How Do You Work with Anger in Therapy? | Austin, Tx

June 29, 2016

Tori Olds, a therapist at Deep Eddy Psychotherapy in Austin, TX, talks to us about how anger can be a good thing, a source of life energy and how in therapy we learn to direct that energy towards something positive.

 

Anger Is Really Important

Anger is really important because it’s like life energy. It’s one of our, what they call, vitality affects. These vitality affects really give us life, energy, motivation, and power.

Now, when I tell my clients that, they are very skeptical at first and the reason for that is because we have a lot of negative, unhealthy anger. We see that everywhere, often in our home life, growing up or whatever. We see people, because of their own unhealthy relationship to anger, acting out in really ugly ways that are dangerous and not helpful. So, we start to pair that experience together and come to the conclusion that their behavior is what anger is.

Anger is the Energy to Go For Something We Need or Want

However, anger is really just the energy to go for something that we need or want. You know whether that’s saying, “No, that’s mine!” and going for something and asserting that you have a right for this or setting a boundary. Anger is a really positive thing and certainly it is a natural thing.

Now, when people are uncomfortable with anger there’s really two ways that they typically defend against feeling it. One is what’s called is acting out, the other acting in. Acting in would be self-attack and redirecting it toward themselves. Or just bottling it, shutting it down. So, there’s obviously very negative outcomes with that. They can never assert themselves. They get depressed because they’re shutting down their life force.

On the other side, acting out would be yelling and screaming. What people don’t realize is that that’s also a defense against feeling it. If you’re not comfortable feeling anger, there’s this feeling of “get it out of me!” So, people just really throw it out at somebody else and try to get it done with, quick. They just want to vent it out. Yell. Scream. Throw it out. Put it on somebody else. It’s not an embodied, mindful experience in that moment. It’s barely conscious. It’s like they’re losing themselves in it. So, those people may have looked like they are comfortable with anger, but they are really not comfortable with it, which is why they can’t slow down for a second to really let themselves feel it. Feel it in it in an embodied, grounded way.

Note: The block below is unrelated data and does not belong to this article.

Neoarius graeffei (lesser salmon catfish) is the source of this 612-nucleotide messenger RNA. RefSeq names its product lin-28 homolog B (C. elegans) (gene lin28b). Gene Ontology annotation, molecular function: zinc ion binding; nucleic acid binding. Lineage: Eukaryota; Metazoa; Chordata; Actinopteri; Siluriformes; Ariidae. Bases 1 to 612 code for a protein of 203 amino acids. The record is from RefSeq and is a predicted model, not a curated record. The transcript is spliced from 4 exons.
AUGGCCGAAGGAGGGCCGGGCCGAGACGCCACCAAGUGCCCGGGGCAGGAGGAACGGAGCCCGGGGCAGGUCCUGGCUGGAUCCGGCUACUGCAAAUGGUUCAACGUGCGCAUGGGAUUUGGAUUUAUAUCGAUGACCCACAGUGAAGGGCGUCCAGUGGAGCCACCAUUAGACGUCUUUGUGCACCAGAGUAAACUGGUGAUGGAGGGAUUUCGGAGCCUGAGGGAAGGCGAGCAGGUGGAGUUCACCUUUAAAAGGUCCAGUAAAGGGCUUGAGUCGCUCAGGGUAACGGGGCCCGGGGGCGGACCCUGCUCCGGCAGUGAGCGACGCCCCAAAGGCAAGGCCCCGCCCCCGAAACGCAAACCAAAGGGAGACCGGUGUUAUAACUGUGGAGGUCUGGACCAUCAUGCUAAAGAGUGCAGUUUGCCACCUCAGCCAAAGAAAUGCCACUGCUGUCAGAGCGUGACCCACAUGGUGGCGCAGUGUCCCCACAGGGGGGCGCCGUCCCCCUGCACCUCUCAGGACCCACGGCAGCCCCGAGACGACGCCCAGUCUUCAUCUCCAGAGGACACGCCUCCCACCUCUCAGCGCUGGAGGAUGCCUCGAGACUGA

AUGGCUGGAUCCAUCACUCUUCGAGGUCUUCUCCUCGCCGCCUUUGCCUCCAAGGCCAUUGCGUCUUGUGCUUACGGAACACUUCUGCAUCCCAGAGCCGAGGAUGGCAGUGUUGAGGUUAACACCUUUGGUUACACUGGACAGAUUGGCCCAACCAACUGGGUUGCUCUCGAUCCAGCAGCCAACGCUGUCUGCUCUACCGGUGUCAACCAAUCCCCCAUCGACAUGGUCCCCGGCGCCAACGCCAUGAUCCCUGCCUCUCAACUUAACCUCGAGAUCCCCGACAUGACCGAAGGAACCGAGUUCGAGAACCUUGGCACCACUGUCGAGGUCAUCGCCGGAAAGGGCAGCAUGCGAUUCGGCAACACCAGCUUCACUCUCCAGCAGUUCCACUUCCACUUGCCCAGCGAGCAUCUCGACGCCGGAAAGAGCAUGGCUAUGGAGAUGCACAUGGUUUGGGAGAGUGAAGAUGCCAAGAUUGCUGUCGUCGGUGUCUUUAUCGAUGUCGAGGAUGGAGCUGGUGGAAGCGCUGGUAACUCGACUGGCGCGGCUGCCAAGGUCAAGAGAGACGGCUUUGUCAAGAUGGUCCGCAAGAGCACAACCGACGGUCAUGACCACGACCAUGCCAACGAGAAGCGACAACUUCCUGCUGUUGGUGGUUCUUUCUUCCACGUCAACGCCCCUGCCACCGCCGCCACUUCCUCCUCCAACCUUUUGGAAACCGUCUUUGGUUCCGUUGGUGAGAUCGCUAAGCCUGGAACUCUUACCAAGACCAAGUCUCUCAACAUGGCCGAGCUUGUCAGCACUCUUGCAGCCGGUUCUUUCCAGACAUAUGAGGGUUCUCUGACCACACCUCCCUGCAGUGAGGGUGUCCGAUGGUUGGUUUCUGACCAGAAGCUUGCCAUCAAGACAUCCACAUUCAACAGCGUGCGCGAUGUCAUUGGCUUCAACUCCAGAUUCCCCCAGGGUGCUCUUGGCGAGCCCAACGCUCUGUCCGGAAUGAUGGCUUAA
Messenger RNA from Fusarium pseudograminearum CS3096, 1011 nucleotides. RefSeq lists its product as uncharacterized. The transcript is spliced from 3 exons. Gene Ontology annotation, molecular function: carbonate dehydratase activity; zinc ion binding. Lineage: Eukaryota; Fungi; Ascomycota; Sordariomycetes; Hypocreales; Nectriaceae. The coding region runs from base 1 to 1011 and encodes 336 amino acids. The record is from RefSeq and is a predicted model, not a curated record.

Expanding Your Capacity for Feeling Anger in Therapy

If you learn to expand your capacity for feeling anger, you are taking a breath and really letting it have some space inside. You take a breath. It’s conscious and you know what you want to do in that moment. You know what impulses are coming. You may say, “God, when he said that, I just wanted to punch him.” But you’re just exploring it rather than acting on it. Then it can move through in this really beautiful way where you stay present with your true feelings and you’re not getting shut down, you’re not shutting any part of yourself down. And you’re getting the energy of it, which is empowering. Then, you’re also very grounded, so you’re in control. It’s not like you are out-of-control angry.

Working Through Anger to Feel Strong

Often what I’ll see is that we work through the anger and people inevitably feel strong. They notice their shoulders lifted. They feel that there’s this energy coming up. They’re surprised at how good it feels. They might say, “God, this really feels good to be really clear on what I wanted to say to that person.” They’re basking in how it feels to know what their anger is telling them and then that gives them energy.

What Positive Thing Would You Like to Do with This Energy?

Then, after fantasizing the thing they probably don’t (really) want to do, like punch them—but we get that out and we process it. Then, I can ask what positive thing would you like to do with this energy? You know, write a letter to your senator or sit down with your boss and tell him, “You know what, I deserve to be treated better!” It motivates us. It gives us a little bit of backbone to do something that’s good. But it can be very thought out and it’s not the heat of the anger, it’s not acting on emotion, but it is important to let ourselves have the emotion and process it.

It’s almost like you’re a battery and you can fuel the battery with that emotion and redirect it to something else.

Starting Therapy in Austin, TX

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